Crps help if you can : Good morning. Just found... - Pain Concern

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Crps help if you can

Brunobilbo profile image

Good morning. Just found this forum on advice of hosp doctor.

Looks so useful and full of useful friendly advice.

I have crps in my right wrist and right foot and toes. Been 9 years since problem with wrist after an accident at work and the operation to correct this gave me crps. Then after another operation to get a bad bunion done and two knuckles taken out. 6 months ago It's now given me crps in my foot especially my toes. I'm on strong medication gabapentin. Paracetamol. Lidocaine patches. Looking to see what other folk are finding useful yo help with the pain. Not good to always be in pain as you know already

Any suggestions

17 Replies

What is crps? It is a diagnosis given to match a set of symptoms so that you can get a regime of treatment given by a medical consultant or doctor. What is the cause?

nhs.uk/conditions/complex-r...

It says: "The cause of CRPS is unknown, but it's generally thought to be the result of the body reacting abnormally to an injury." This is the traditional medical profession answer. You have been given strong meditation for this.

The complementary have been treating CRPS for a long time with some success. The medical profession has often regarded the complementary answer to things as anecdotal or the patient would have recovered anyway.

The first international conference on fascia was in 2007 at Harvard Medical school. A good book to read is "Fascia: What it is and Why it Matters" by David Lesondak.

I have the experience of breaking my wrist and having the pain of crps or fibromyalgia. It took six months of work to get rid of the problem and even then I had to have the help of a McTimony chiropractor to deal with some of the issues.

The medical profession know very little how muscles work. You are going to need to do your own investigation and network with people who know a good sports therapist. You also need to see a McTimony chiropractor.

Fascai is not my area of knowledge. Muscle behaviour is. Muscles have nerve inputs which tell them to contract. They have no inputs to tell them to uncontract. Other muscles and springiness of other tissues enable the uncontraction. Fascia layers can get stuck and need to be unstuck. I know from personal experience that to unstick fascai and uncontract over contracted muscle is a painful experience and it can take weeks of work before the pain in moving disappears.

Fascia has thousands of nerve endings which fed into the brain.

I cannot give advice as what you need to do because someone with experience of getting things moving again has to look at it. There are exercises that need to be done. They are painful. However, once the fascia can slide freely again and the muscles are uncontracted the pain no longer exists.

Not as helpful as I would like because someone has to look at the state of your limbs to decide the best course of action.

Brunobilbo profile image
Brunobilbo in reply to johnsmith

Yes thankyou for you kind reply. I'll read the book you suggested. I agree with you the medical profession don't understand this condition. Although one of my doctors practices emmetts therapy. This does help it works I understand what you mean by muscles having to work properly. Sliding etc.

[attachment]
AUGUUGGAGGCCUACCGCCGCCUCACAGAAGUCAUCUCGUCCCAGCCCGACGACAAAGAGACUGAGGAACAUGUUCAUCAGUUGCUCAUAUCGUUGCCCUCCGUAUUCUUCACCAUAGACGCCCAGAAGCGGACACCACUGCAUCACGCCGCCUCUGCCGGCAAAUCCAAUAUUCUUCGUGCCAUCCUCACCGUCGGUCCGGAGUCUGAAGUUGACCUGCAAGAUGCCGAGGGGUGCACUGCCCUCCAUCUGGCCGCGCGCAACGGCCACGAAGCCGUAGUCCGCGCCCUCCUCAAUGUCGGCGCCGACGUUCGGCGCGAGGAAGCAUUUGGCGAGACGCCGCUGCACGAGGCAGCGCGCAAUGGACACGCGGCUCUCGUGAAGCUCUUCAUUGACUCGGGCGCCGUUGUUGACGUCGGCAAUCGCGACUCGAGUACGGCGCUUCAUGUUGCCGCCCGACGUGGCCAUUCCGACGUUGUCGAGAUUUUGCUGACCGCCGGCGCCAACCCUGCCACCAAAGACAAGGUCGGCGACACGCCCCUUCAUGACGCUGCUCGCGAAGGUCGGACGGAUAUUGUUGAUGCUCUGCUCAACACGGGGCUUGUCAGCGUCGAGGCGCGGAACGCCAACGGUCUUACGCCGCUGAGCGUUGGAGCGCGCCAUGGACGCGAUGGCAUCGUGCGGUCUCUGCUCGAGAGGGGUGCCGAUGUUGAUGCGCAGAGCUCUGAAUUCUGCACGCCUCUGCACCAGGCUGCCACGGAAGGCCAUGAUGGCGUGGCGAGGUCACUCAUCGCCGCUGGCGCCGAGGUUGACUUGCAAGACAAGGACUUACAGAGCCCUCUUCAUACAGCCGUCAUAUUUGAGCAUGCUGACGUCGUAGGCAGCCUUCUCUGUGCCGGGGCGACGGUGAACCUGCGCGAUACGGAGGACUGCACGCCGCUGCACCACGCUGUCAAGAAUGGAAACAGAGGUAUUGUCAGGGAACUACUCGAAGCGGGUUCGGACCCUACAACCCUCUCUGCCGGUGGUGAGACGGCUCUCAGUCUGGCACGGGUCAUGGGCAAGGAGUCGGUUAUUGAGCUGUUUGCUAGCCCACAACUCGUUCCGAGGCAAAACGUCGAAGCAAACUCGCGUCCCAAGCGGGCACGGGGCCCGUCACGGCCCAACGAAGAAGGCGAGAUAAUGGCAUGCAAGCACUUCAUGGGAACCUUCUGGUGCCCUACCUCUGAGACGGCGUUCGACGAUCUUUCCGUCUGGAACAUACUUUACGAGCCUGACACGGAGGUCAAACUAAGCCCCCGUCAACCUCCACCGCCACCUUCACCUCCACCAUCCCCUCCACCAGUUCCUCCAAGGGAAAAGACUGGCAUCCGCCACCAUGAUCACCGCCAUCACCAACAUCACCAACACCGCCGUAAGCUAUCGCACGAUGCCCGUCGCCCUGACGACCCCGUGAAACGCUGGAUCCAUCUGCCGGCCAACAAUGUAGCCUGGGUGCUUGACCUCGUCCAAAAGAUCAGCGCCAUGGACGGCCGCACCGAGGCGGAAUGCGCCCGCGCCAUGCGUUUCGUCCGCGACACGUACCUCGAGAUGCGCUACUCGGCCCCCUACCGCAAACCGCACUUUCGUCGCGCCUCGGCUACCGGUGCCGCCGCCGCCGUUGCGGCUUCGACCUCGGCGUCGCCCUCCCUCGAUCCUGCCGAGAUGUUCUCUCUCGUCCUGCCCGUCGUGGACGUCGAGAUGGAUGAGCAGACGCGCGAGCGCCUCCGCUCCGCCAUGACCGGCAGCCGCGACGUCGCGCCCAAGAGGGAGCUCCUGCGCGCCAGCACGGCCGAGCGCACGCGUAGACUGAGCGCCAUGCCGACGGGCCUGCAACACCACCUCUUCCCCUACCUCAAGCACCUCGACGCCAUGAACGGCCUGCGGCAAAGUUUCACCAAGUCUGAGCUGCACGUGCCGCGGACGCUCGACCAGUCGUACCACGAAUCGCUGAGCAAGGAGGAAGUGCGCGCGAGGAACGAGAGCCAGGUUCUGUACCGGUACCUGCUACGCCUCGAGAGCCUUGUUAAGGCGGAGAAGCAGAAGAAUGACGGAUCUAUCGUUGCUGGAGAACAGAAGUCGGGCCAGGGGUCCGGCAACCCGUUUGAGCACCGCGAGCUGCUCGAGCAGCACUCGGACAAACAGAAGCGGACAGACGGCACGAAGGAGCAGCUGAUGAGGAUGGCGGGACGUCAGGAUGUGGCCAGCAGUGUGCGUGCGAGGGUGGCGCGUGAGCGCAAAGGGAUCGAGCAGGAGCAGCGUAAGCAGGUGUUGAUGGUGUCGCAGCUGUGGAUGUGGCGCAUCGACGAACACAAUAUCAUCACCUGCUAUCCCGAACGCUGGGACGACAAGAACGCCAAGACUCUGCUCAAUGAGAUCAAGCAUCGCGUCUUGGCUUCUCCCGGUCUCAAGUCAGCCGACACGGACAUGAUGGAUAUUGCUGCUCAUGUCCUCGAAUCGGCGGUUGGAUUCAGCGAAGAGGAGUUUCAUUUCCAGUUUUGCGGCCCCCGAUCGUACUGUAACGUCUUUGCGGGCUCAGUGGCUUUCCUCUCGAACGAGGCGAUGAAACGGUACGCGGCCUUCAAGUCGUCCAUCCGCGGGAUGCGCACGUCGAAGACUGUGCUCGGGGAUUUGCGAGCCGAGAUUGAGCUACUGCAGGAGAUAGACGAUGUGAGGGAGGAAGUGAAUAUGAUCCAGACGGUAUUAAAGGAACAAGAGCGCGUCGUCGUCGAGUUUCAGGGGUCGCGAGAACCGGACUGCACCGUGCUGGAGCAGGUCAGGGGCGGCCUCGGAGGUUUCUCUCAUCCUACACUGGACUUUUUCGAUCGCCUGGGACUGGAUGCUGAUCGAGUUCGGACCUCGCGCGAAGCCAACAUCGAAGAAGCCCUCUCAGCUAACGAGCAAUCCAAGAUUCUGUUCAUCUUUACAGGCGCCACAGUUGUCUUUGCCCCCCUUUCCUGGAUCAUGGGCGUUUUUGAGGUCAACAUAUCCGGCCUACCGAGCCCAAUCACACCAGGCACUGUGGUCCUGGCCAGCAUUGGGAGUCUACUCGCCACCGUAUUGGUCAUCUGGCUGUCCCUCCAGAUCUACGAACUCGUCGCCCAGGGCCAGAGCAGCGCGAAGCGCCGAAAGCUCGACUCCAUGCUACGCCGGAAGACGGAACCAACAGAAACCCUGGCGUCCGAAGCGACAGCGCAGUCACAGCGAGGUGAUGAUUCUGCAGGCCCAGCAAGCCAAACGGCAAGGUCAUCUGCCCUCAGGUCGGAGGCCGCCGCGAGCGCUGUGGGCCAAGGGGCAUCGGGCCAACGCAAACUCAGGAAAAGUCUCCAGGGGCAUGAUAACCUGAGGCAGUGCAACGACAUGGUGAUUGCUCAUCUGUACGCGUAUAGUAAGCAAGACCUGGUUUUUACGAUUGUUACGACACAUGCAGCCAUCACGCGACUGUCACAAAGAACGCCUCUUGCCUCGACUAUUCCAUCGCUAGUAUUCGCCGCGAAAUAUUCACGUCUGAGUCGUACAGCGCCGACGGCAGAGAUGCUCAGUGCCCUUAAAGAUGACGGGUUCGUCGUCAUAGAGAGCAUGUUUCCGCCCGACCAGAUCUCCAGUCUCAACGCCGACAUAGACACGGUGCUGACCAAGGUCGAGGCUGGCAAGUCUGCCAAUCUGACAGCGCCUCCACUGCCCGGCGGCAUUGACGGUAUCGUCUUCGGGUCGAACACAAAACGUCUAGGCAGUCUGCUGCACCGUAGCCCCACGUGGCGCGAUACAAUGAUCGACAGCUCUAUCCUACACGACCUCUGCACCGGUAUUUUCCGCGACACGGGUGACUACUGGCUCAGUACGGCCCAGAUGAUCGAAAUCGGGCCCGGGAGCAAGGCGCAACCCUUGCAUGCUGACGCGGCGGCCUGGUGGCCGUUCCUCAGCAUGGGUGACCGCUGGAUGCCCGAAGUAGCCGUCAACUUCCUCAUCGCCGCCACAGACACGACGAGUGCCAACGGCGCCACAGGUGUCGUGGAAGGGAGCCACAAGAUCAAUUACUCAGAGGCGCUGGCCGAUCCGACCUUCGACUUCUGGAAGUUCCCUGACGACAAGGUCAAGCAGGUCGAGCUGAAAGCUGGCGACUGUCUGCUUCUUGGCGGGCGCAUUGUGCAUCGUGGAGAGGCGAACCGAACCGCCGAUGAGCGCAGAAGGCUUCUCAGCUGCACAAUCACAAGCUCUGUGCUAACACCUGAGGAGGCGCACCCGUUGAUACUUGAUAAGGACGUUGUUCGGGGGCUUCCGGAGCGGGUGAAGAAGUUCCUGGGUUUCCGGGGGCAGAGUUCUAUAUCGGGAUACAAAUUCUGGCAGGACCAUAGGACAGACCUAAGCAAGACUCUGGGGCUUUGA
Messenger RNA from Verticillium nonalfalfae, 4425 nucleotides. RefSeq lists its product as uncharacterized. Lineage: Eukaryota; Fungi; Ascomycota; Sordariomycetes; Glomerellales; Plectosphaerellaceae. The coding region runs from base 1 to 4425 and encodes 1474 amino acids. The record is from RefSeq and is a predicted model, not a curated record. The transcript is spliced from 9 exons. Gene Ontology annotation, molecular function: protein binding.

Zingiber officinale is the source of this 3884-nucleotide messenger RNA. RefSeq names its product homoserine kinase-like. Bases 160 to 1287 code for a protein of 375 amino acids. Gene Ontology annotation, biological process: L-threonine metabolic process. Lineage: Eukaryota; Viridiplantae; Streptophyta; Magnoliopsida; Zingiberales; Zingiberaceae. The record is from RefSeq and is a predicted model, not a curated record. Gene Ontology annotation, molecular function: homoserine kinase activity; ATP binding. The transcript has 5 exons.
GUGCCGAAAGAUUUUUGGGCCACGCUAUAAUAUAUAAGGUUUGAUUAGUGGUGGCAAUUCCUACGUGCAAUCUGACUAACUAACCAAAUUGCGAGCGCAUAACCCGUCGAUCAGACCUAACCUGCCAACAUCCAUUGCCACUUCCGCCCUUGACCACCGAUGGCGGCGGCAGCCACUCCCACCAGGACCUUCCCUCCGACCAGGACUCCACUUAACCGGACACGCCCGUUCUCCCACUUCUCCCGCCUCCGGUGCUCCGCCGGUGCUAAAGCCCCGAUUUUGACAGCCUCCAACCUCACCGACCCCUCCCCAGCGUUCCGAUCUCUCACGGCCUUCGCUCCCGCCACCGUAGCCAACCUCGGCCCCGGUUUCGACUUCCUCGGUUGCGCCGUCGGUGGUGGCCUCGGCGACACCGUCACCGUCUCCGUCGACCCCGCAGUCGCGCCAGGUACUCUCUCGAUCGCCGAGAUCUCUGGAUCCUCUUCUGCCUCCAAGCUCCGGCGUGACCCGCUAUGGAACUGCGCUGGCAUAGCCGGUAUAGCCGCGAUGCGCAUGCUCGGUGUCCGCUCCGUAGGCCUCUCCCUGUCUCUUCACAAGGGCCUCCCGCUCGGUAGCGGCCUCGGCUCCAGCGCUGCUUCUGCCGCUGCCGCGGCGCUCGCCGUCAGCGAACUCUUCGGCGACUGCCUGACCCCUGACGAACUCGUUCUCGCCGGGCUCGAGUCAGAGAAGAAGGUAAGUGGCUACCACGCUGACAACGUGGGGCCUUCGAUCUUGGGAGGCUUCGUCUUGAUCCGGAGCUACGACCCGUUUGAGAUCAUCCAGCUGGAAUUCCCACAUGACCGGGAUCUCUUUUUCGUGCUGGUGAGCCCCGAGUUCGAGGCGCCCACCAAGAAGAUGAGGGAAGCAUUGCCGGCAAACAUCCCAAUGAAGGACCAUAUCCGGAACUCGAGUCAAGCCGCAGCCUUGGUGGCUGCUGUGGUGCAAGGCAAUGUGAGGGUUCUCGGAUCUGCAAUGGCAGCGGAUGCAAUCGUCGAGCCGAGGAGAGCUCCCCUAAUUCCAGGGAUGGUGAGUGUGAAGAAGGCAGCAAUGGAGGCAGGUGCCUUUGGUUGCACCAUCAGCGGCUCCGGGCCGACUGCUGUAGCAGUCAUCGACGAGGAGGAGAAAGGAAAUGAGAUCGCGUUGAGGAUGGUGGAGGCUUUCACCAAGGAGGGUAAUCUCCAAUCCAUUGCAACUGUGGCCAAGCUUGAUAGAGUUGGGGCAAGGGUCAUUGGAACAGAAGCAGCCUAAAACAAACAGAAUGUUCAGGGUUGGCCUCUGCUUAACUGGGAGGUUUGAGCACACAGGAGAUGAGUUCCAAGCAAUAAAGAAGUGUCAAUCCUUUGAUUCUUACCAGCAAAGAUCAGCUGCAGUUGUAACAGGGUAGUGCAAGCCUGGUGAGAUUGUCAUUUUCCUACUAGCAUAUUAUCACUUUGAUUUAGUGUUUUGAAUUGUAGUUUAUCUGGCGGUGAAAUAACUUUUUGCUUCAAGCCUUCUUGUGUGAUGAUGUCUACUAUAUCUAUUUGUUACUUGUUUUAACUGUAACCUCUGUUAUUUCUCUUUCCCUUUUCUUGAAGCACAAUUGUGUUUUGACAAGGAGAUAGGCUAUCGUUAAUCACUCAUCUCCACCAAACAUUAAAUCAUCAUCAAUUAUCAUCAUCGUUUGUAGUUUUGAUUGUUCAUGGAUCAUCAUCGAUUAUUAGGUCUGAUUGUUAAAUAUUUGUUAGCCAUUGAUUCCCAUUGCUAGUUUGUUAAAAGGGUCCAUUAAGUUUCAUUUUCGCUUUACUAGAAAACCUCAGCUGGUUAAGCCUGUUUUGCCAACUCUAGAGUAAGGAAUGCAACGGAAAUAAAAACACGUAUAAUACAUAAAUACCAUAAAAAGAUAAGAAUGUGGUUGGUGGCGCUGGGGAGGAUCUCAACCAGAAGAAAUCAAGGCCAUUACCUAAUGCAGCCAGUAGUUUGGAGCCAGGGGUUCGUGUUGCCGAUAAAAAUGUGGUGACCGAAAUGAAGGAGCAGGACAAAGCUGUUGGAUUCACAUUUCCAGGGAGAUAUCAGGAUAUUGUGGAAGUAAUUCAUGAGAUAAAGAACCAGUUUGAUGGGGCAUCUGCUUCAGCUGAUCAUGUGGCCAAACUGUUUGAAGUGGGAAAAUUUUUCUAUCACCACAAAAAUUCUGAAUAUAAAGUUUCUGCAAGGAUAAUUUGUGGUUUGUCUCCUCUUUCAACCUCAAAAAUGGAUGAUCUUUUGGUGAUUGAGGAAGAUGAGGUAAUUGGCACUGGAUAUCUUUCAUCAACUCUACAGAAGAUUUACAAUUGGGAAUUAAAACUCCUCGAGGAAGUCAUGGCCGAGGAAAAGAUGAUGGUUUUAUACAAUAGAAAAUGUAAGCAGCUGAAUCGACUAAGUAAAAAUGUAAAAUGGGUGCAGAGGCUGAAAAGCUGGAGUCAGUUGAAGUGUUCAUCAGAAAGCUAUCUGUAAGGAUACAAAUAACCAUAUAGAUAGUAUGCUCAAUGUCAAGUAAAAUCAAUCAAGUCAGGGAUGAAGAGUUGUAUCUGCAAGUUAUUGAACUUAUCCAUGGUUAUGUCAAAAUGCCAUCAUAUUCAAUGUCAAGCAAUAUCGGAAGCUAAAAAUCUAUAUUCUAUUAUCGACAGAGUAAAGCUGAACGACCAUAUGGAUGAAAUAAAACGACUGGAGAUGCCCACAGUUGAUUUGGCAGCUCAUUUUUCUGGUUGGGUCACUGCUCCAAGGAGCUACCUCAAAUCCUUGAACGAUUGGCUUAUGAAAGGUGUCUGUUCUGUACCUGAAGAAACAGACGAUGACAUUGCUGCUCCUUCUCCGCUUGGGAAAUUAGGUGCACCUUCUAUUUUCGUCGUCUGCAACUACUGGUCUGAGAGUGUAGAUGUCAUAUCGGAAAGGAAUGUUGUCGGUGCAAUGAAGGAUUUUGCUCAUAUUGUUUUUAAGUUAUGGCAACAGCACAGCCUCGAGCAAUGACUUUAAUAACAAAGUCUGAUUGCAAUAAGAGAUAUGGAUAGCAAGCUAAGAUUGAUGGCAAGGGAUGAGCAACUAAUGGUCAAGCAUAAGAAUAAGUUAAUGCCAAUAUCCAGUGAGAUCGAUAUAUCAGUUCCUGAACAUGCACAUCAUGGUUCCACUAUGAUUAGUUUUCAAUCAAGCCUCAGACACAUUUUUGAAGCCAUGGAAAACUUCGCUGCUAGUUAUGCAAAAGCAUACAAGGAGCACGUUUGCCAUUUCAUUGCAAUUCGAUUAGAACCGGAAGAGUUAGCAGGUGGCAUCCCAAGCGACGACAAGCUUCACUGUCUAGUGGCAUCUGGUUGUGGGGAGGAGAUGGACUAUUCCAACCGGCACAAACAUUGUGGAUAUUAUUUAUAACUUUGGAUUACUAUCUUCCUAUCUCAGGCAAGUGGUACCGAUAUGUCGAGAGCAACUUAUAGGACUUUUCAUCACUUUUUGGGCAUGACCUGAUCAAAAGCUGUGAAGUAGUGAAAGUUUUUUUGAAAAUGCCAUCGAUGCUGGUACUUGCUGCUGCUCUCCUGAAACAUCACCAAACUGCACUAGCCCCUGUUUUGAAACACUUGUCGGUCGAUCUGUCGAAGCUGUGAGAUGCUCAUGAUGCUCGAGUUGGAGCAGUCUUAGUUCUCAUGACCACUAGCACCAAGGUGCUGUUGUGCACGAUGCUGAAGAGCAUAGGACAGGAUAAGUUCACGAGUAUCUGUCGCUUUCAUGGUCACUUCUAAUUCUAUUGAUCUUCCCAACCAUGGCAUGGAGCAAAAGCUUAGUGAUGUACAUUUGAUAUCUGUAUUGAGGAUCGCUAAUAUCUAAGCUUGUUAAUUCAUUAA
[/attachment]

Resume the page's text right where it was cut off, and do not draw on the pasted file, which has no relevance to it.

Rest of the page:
If there is any more advice you can give me would appreciate it. As been in pain now for so long.

Thanks for your help will now see who has this book and will buy asap.

johnsmith profile image
johnsmith in reply to Brunobilbo

Had a look at emmetts therapy. You say: " This does help it works". Can you tell me a bit more about how it works for you. I am wondering if you can do some home tweaking. Need some information before suggest tweaking adaptation.

Brunobilbo profile image
Brunobilbo in reply to johnsmith

Ill try and give a good explanation of what happens with this therapy. But also Google Emmetts therapy on Google. This will give you the facts. But for me I went into my doctors surgery and I could not touch the floor with my toes. I lay down on the table and the doctor giving me the therapy very lightly touched my foot and leg and now and again pulled my muscles in opposite directions. All very light through your clothes. Where my surgery was on my foot it felt like she was sliding my muscles in different directions. Did not hurt at all. I got off the table and walked. Unbelievable. The only thing is it's only lasted 2 months. But I was in alot of pain. But not a problem I'm told to go back to see her. It's that good I've been to see her with a frozen shoulder caused by dragging myself up the stairs using the pole. This didn't work straight away. But it was again very light pressure with her fingers and seemed to rub and then gently pull In opposite directions. She did say it would take more sessions but this she was happy to arrange. The only way I can think how this works is that Emmetts therapist must know every bone and nerve in your body. And knows which way to stretch or pull gently. If you can get this at your doctors it's amazing it's like a miracle. I've tried to copy what she did especially on my foot but just don't have the nack of doing it.

My husband had also had this therapy and it's helped loads. Look on Google it will give more info but it's indescribable the relief it can give you.

johnsmith profile image
johnsmith in reply to Brunobilbo

You now have half a solution. Get your husband to work on you and you work on him.

You work with gravity. Practice lifting a cup or jug of water. Observe and feel where gravity wants to take the cup/jug and use as little muscular effort as possible. Less is better.

Keep your finger un-tight and light and apply pressure from the hips into the arms. Note do not bend the back. Work on your husbands foot the way you think the therapist worked on yours. Get your husband to repeat the experience on yourself. The movements need to be slow. Fast movements cause a threatening body reflex which tightens things.

There are spinal reflexes from feet into hands, from legs into arms. So this should have a little effect on the right wrist. Then get your husband to work on the wrist. The movements need to come from the hips. Your use fingers to guide and you must avoid finger tightening.